The Scheduled Subscription Class
In this section, we implement the subscription class for the scheduled subscriptions. We begin by designing the subscription class schema and then build a subscription chronicle to keep state information about each subscription. After we have the subscription schema and
Schema for the Subscriptions by
<Application> ... <SubscriptionClasses> <SubscriptionClass> <SubscriptionClassName>NewSongByArtist</SubscriptionClassName> ... </SubscriptionClass> <SubscriptionClass> <SubscriptionClassName>NewSongByGenre</SubscriptionClassName> <Schema> <Field> <FieldName>GenreName</FieldName> <FieldType>NVARCHAR(255)</FieldType> <FieldTypeMods>NOT NULL</FieldTypeMods> </Field> </Schema> ... </SubscriptionClass> </SubscriptionClasses> ... </Application>
To the contents of the existing
element, we've added a new
element that holds the declaration of our new subscription class. The
element specifies that the name of the subscription class is
, and the
element defines the single field,
, that stores the name of the genre in each subscription. When the subscription class is compiled, SQL-NS creates a table to store the subscription data. Following the convention we saw earlier, this table is called
and contains a column for the subscription class field declared, as well as some
At this point, you might be wondering where the schedule information for each subscription is stored because the subscription class schema only defines a field for the genre name. Scheduled subscriptions are a built-in feature of SQL-NS, so it automatically provides all the data structures necessary for storing schedule information. SQL-NS also provides an easy way to specify a schedule when creating a subscription using the SQL-NS Subscription Management API. We'll look at this API in Chapter 7, "The SQL-NS Subscription Management API," and the internal schedule data in Chapter 11, "Debugging Notification Generation."
When we built the event-triggered subscription class, we had to define the subscription class schema and the notification class before we could write the match rules. For the scheduled subscription class we're now building, we will reuse the same notification class that we used before. Although the subscription data and matching criteria are different, the resulting notifications will be of the same type as those generated for the subscriptions by artist. So we have the subscription schema and notification class defined, but before we can write the match rules, we have to define the subscription state that the application has to keep. The match rules use this state information when evaluating the subscriptions against the event history.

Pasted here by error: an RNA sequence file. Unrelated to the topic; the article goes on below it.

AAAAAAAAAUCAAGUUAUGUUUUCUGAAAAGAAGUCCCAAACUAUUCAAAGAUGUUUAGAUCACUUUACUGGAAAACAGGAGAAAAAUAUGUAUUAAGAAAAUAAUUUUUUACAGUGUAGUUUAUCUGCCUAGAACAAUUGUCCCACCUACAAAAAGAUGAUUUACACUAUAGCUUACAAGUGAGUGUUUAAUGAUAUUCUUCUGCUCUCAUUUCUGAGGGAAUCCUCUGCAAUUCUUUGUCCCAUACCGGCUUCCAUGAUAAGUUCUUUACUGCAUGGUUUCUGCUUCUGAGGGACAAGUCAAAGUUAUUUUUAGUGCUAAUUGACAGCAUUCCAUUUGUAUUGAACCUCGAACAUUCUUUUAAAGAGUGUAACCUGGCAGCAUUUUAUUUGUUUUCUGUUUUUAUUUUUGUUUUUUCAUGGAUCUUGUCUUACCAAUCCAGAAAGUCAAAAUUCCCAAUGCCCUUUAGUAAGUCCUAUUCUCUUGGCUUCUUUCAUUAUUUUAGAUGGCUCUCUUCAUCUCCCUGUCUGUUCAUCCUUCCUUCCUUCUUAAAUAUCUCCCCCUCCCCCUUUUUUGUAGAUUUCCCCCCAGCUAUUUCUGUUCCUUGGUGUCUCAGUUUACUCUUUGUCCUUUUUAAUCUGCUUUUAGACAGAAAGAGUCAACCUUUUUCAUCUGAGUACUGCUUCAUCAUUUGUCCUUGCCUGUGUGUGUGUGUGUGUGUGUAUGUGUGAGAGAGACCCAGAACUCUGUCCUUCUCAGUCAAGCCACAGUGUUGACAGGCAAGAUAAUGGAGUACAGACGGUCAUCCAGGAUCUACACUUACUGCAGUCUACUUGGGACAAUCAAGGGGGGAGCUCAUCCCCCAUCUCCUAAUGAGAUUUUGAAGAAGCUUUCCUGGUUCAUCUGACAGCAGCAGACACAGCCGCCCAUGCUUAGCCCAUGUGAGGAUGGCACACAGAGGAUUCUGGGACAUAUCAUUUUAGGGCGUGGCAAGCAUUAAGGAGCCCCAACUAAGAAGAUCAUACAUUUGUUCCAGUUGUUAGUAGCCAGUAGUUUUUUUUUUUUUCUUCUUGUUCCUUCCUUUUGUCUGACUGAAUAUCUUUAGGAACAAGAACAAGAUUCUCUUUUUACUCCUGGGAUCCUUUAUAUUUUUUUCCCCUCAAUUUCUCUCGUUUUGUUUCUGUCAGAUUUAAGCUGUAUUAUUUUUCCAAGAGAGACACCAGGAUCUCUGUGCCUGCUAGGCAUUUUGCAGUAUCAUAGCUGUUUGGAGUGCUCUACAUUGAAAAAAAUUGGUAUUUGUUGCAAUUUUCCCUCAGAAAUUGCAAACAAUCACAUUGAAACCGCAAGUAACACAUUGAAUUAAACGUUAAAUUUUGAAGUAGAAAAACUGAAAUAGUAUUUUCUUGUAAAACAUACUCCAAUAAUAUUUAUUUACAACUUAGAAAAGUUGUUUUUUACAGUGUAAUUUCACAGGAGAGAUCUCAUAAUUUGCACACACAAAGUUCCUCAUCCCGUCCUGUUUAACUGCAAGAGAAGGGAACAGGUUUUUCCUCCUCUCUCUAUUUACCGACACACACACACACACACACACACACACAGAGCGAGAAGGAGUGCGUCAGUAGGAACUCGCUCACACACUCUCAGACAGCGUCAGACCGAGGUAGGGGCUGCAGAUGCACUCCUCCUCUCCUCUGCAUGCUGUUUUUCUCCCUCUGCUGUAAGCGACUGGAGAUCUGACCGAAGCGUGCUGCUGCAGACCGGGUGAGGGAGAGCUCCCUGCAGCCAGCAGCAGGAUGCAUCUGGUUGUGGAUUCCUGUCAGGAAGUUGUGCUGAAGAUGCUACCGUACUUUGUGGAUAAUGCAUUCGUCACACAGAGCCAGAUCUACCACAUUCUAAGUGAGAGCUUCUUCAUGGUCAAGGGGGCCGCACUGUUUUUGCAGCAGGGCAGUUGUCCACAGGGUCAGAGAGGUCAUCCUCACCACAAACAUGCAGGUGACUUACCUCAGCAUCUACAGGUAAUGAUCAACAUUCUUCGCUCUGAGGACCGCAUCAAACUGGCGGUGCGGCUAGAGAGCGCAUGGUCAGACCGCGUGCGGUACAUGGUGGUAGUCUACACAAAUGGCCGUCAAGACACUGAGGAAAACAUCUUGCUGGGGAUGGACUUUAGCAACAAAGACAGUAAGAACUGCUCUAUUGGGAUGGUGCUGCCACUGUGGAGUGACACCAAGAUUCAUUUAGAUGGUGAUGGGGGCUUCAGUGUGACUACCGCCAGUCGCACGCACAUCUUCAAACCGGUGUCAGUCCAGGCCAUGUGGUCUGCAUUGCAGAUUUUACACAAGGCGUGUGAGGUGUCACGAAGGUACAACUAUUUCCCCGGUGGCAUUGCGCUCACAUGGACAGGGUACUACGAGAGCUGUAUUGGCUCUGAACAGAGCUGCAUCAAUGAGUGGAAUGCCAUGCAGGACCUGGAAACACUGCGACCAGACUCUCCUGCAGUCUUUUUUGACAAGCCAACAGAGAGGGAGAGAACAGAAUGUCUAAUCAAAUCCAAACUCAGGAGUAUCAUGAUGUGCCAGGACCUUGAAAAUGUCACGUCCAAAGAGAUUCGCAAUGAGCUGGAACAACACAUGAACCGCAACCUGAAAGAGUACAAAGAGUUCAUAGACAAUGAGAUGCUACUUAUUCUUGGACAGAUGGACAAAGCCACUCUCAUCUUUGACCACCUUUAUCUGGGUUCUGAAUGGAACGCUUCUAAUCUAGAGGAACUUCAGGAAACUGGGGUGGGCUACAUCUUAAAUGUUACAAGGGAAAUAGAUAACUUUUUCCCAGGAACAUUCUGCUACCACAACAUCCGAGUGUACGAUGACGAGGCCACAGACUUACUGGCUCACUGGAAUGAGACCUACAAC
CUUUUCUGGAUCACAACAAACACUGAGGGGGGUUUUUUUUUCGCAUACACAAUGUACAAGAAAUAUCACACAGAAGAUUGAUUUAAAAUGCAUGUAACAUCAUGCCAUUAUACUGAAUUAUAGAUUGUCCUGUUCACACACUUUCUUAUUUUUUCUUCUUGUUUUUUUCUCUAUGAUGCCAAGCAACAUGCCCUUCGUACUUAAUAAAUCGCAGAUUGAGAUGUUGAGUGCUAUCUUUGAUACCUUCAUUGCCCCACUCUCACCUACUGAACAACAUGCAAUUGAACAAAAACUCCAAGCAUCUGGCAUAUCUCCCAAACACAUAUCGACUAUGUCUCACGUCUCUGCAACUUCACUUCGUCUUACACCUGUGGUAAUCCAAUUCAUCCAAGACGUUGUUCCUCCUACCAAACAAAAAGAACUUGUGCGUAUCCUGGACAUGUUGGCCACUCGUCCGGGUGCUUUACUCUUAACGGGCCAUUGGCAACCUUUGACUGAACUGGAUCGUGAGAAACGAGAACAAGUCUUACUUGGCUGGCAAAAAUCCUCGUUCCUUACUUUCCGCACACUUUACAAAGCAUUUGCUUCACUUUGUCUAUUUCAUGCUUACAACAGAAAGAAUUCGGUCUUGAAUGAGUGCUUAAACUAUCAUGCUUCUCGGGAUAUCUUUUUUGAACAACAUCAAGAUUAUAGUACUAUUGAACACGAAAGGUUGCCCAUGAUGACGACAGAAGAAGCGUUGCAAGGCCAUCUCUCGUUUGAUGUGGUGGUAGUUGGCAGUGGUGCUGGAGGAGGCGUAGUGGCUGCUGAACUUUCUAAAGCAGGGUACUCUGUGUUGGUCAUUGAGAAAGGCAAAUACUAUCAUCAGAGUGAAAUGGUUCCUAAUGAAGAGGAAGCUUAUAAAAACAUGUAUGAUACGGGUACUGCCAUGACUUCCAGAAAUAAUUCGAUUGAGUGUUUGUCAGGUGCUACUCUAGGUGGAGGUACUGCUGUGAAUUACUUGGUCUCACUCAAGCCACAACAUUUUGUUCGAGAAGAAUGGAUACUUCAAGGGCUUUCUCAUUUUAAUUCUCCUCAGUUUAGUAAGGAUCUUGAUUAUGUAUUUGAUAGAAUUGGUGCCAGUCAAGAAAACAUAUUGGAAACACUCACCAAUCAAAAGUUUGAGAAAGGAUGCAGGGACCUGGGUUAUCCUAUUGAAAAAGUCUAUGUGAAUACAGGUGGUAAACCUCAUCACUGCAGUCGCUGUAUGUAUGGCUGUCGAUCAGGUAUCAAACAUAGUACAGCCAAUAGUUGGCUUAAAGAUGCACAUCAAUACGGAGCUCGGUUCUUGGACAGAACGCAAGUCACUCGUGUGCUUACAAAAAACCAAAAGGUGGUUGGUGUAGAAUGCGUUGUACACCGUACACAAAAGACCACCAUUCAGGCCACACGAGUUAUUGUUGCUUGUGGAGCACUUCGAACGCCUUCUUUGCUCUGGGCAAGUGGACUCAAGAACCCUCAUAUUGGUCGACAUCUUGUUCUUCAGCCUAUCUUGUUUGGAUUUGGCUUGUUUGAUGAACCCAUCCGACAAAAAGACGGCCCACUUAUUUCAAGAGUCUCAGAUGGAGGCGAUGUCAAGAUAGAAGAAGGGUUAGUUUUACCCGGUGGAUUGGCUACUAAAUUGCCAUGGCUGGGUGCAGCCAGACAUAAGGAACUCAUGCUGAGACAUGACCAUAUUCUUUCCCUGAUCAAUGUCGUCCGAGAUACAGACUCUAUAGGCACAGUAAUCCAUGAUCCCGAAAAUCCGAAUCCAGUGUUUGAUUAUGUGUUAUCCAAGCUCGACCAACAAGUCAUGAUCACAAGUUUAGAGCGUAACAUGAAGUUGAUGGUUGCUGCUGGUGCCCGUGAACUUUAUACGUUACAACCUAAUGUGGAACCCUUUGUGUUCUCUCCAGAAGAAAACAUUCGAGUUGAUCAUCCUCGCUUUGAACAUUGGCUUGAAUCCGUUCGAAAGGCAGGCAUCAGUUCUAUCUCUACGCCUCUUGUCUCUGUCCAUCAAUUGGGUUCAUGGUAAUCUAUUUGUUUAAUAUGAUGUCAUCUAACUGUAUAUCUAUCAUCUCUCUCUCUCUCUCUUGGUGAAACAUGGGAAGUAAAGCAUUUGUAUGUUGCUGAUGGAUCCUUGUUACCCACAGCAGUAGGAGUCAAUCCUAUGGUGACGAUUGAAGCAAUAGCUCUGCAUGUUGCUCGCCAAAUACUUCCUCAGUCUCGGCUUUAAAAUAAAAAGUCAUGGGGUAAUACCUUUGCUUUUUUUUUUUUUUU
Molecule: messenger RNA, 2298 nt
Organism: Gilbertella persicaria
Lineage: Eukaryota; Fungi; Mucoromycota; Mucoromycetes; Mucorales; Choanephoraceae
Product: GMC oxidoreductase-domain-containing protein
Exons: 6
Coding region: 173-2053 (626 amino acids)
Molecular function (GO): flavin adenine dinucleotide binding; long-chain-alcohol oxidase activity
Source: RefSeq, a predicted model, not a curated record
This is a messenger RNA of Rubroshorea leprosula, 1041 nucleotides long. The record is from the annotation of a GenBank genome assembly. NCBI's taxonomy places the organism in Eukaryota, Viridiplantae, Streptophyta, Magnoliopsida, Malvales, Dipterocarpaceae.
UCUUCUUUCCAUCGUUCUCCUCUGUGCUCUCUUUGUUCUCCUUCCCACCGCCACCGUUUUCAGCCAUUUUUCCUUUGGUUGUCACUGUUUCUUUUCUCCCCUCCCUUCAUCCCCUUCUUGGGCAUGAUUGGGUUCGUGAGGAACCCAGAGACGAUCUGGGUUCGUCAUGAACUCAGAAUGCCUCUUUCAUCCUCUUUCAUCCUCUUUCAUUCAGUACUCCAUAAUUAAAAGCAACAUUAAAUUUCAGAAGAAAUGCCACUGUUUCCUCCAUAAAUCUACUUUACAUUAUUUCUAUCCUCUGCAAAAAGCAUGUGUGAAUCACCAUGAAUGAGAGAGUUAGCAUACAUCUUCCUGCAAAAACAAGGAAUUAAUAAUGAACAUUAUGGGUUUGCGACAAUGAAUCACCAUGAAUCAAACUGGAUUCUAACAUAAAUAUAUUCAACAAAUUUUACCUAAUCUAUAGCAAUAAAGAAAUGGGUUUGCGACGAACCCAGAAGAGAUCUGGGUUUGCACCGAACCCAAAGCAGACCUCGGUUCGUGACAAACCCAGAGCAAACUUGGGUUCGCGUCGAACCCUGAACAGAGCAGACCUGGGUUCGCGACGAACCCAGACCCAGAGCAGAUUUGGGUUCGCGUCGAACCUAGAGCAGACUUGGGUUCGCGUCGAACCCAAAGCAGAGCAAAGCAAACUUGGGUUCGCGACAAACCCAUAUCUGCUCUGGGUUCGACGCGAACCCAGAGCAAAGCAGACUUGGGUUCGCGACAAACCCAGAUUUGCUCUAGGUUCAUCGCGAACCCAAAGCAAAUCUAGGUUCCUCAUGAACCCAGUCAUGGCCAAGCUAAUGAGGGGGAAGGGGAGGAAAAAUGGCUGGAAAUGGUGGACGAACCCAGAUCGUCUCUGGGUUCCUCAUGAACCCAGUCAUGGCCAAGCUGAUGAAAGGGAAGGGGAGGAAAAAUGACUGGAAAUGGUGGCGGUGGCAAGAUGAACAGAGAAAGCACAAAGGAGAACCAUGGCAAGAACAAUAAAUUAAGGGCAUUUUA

Recall that the event chronicle implemented earlier keeps a history of all events that the application has seen. When the scheduled subscriptions are evaluated, the genres in the subscriptions are compared to the genres of the songs in the event history to determine the matches. At any given time, different subscriptions will have been evaluated against different
The event chronicle keeps a time stamp for each event that indicates when that event was seen. For each subscription, we need to keep a time stamp that stores the last time it was evaluated. We can then compare the time stamp of any event in the event chronicle against the time stamp kept for the subscription to determine whether the event occurred before or after the last time the subscription was evaluated.
Just as event chronicles keep event state, SQL-NS supports subscription chronicles that hold subscription state. For our subscriptions by genre, we can create a subscription chronicle that stores a time stamp for each subscription that represents the last time the subscription was evaluated.
Event chronicles are declared as part of the event class with which they were associated. As you might expect, subscription chronicles are declared as part of the subscription class. Listing 6.4 shows the chronicle declaration in the NewSongByGenre subscription class.
<Application> ... <SubscriptionClasses> <SubscriptionClass> <SubscriptionClassName>NewSongByArtist</SubscriptionClassName> ... </SubscriptionClass> <SubscriptionClass> <SubscriptionClassName>NewSongByGenre</SubscriptionClassName> <Schema> ... </Schema> ... <Chronicles> <Chronicle> <ChronicleName>NewSongByGenreChronicle</ChronicleName> <SqlSchema> <SqlStatement> --Handle update by dropping the table --first if it exists. IF EXISTS ( SELECT so.name FROM sys.objects so JOIN sys.schemas sc ON so.schema_id = sc.schema_id WHERE so.name = 'NewSongByGenreSubscriptionProcessingTimes' AND so.type = 'U' AND sc.name = 'SongAlerts' ) DROP TABLE [SongAlerts].[NewSongByGenreSubscription ProcessingTimes] </SqlStatement> <SqlStatement> -- Create the table. CREATE TABLE [SongAlerts].[NewSongByGenreSubscriptionProcessingTimes] ( SubscriptionId BIGINT NOT NULL , LastProcessingTime DATETIME NOT NULL ) </SqlStatement> </SqlSchema> </Chronicle> </Chronicles> </SubscriptionClass> </SubscriptionClasses> ... </Application>